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Jim Harvey reviews Illustrator Illuminated

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Jim Harvey reviews Illustrator Illuminated
A Creative COW "Real World" Book Review


Jim Harvey reviews Illustrator Illuminated by Obermeier

Jim Harvey Jim Harvey
JHV Digital
New York, USA

© 2003 Jim Harvey and CreativeCOW.net. All rights are reserved.


Article Focus:
Jim Harvey takes a look at Adobe Master Class: Illustrator Illuminated by Ted Padova, Barbara Obermeier . ~ This book is published by Peachpit Press and each chapter presents the work of a single illustrator, accompanied by detailed, step by step drawings and images of real assignments as they took shape. Read on to find out if this book should be on your book shelf.. .


It had to happen sooner or later. I've been reviewing for the Cow for a while now, and I've been pretty amazed at the quality of content in the books and programs that have crossed my desk. I was beginning to wonder if I was being too easy on the authors as virtually everything that has come my way I've found to be a "should buy".

Sadly, this is one book that falls into the "take a pass" category.

Illustrator Illuminated is a 300+ page book that showcases work from 15 illustrators who "share their secrets" according to the cover. While all the people showcased are certainly talented. The choices of illustrations to feature left me cold.

The illustrations themselves are, for the most part basic 2d compositions in the "poster" vein. But with the power that Illustrator possess, I can't for the life of me figure out why anyone would fill a book this size with cartoon work.

There are "tutorials" included for each artist featured, but even they fall short. Compared to most tut's that are out there, these don't somehow "feel" right. They are written in the third person and flip flop between explaining a procedure and the artist telling you how they work. I simply found them to be kind of self serving and difficult to follow.

The first chapter "The Illustrator way of thinking" left me with a "what the heck was that all about?" feeling. Giving me two paragraphs on it, with the main point being that "The Ubiquitous Pen Tool is used by Master Artists who have developed great skill in using it" tells me absolutely nothing. It took me a dog's age to get over my fear of the pen tool, and then I found out that the dog had no teeth.. I'd really like to see a book come out and give a concise explanation of working with the pen tool. It's NOT the monster that I once thought it was, but it's still so shrouded in "mystery" that many newcomers to Illustrator (and Photoshop for that matter) are terrified to use it at all.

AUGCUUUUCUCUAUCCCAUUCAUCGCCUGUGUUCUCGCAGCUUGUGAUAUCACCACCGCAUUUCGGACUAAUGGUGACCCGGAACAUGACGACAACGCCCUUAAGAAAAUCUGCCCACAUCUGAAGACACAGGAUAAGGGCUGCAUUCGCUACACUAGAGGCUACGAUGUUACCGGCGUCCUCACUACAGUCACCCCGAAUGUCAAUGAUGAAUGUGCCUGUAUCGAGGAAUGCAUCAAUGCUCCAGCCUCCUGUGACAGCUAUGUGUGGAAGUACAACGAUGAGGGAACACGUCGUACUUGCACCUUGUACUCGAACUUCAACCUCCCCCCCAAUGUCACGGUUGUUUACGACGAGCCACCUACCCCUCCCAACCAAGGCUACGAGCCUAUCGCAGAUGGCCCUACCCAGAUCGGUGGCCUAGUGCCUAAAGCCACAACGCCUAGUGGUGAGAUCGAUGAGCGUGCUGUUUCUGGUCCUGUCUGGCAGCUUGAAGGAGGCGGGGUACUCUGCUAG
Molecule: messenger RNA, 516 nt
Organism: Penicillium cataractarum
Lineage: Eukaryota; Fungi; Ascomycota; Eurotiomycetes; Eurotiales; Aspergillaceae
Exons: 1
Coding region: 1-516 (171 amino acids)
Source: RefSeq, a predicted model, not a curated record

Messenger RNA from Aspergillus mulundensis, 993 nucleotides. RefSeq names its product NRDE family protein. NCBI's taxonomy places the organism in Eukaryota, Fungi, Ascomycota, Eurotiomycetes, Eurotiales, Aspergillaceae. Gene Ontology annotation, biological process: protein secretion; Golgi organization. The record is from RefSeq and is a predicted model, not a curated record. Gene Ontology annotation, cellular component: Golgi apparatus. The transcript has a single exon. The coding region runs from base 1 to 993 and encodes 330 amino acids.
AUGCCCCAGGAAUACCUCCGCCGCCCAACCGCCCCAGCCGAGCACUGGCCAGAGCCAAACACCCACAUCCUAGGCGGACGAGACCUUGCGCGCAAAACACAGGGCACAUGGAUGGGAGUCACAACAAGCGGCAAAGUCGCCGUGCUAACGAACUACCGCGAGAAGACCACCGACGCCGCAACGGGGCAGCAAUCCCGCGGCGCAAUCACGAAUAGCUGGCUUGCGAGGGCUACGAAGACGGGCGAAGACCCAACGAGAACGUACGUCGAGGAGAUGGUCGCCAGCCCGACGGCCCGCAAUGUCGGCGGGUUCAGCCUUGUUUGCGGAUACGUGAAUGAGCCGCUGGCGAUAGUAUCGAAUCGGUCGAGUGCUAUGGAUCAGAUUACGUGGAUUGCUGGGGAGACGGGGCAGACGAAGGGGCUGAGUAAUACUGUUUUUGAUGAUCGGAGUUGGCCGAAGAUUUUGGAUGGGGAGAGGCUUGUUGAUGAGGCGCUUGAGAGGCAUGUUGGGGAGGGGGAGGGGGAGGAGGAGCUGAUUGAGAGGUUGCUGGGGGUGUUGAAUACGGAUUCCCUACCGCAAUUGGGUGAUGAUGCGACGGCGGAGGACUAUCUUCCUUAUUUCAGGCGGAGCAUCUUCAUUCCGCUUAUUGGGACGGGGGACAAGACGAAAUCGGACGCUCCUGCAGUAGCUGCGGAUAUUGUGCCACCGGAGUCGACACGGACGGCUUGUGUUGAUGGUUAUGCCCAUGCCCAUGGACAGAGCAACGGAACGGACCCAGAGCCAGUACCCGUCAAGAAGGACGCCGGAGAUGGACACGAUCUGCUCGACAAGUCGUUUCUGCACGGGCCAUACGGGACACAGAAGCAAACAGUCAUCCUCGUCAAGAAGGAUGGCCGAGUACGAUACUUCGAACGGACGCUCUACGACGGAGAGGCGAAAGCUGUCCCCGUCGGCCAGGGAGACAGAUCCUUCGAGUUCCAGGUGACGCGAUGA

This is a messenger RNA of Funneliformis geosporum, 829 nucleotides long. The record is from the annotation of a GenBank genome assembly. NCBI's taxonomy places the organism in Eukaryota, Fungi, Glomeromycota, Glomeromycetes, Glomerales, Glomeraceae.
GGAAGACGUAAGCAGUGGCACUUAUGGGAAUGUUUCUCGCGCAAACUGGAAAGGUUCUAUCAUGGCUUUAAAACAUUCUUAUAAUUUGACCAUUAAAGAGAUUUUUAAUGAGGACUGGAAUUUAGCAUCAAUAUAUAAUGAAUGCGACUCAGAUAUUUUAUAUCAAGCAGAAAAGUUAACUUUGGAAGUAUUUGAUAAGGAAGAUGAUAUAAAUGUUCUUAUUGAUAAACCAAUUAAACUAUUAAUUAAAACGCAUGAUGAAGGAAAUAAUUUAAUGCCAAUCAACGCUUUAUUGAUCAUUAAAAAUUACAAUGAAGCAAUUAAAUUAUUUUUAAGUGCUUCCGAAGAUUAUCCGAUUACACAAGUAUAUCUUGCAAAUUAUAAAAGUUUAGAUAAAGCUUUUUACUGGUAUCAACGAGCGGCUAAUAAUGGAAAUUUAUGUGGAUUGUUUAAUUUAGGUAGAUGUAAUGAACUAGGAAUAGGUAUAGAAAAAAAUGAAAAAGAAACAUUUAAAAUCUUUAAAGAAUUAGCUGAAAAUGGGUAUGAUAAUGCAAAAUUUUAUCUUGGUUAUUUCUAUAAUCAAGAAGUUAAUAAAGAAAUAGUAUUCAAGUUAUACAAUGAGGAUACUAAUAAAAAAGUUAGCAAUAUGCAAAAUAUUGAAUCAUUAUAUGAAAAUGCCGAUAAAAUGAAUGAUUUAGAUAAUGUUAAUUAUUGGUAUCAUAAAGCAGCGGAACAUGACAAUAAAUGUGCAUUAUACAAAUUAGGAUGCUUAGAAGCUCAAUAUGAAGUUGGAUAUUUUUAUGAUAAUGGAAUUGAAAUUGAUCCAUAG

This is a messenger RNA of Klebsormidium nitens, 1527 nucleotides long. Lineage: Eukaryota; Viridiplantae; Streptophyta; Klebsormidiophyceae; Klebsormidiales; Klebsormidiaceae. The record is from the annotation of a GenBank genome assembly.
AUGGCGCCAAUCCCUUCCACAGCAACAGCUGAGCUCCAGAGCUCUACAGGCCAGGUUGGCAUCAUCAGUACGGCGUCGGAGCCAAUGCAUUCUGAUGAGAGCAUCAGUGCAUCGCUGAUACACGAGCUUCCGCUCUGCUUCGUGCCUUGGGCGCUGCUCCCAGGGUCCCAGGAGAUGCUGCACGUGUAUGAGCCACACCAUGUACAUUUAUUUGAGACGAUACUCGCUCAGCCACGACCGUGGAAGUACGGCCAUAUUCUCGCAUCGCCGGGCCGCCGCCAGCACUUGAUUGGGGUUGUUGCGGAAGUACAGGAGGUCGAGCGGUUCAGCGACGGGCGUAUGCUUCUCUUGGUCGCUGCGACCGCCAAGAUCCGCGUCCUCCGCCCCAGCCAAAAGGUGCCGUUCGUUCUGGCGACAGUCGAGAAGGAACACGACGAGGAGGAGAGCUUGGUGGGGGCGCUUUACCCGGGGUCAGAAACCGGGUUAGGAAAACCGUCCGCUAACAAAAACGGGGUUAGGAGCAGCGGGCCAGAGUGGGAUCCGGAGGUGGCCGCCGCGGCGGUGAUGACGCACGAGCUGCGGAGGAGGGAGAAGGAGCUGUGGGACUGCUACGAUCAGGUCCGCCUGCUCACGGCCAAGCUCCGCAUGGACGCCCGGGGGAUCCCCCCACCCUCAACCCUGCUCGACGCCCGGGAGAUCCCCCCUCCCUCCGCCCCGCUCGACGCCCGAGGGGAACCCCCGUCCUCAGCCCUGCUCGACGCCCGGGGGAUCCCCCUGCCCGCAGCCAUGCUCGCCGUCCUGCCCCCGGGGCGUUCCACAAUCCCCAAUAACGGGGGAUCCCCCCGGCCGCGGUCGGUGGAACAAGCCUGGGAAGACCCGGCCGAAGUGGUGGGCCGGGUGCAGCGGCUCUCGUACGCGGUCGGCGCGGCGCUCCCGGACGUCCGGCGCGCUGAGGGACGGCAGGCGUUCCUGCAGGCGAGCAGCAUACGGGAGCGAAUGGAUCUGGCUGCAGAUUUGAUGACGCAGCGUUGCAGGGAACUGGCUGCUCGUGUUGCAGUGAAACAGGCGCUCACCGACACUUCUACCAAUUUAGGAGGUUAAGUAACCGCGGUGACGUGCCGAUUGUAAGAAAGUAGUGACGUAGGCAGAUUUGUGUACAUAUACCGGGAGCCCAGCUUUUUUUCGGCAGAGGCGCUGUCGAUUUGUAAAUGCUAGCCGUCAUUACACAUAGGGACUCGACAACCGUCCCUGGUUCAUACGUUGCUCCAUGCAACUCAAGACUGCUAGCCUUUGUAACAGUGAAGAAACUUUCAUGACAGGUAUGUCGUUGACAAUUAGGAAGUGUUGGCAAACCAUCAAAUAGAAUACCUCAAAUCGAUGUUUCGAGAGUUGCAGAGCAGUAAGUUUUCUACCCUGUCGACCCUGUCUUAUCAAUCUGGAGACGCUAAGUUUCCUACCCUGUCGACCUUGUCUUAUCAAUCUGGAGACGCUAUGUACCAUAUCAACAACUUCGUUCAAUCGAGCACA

Chapter two got me to sit up and pay attention. The authors were wise to choose Alan Raine as their first featured artist. Raine's technical illustrations are some of the finest in the world and although you won't learn anything about his process (regardless of what the book claims), just looking at his work can be an inspiration. Raine's illustrations are classic technical illustration at its best. This is a person who understands the power of Illustrator and utilizes it to create frighteningly complex illustrations of everything from industrial equipment to Sci-fi renderings. I'd like to see a book devoted to HIS techniques!

Chapter 3 is Children's Illustration and it too shows some of Illustrator's potential. Russell Benefanti has a unique style and his creatures are reminiscent of "Pixar" characters. Unfortunately, the illustrations remind me of nothing so much as the first try's at using an airbrush with friskets.

At this point, the book goes flat. Each successive work looks just like the one preceding it, and it all looks like Grandma Moses did it. (Not to denigrate Grandma Moses' work, she was a phenom in folk art), but when you have the power of Illustrator behind you and all your examples look like folk art, there's something wrong.

You have to really dig through the book to find some differences. The explanations are again, "This is how they did it" or "This is how I did it" with little or no real explanation or step by step instruction. If you are going to say that the book "covers a broad range of what can be done in Illustrator" then why do all the examples look alike?




COW Rating: When you look at the amazing work that is done in Illustrator and compare it to Illustrator Illuminated, it makes me wonder what everyone was thinking. This is NOT the best of the best. This is more reminiscent of the work done by first year students. That may sound harsh, and I suppose it is, but Illustrator is so powerful, that to show anything less than the absolute best does the reader a disservice.




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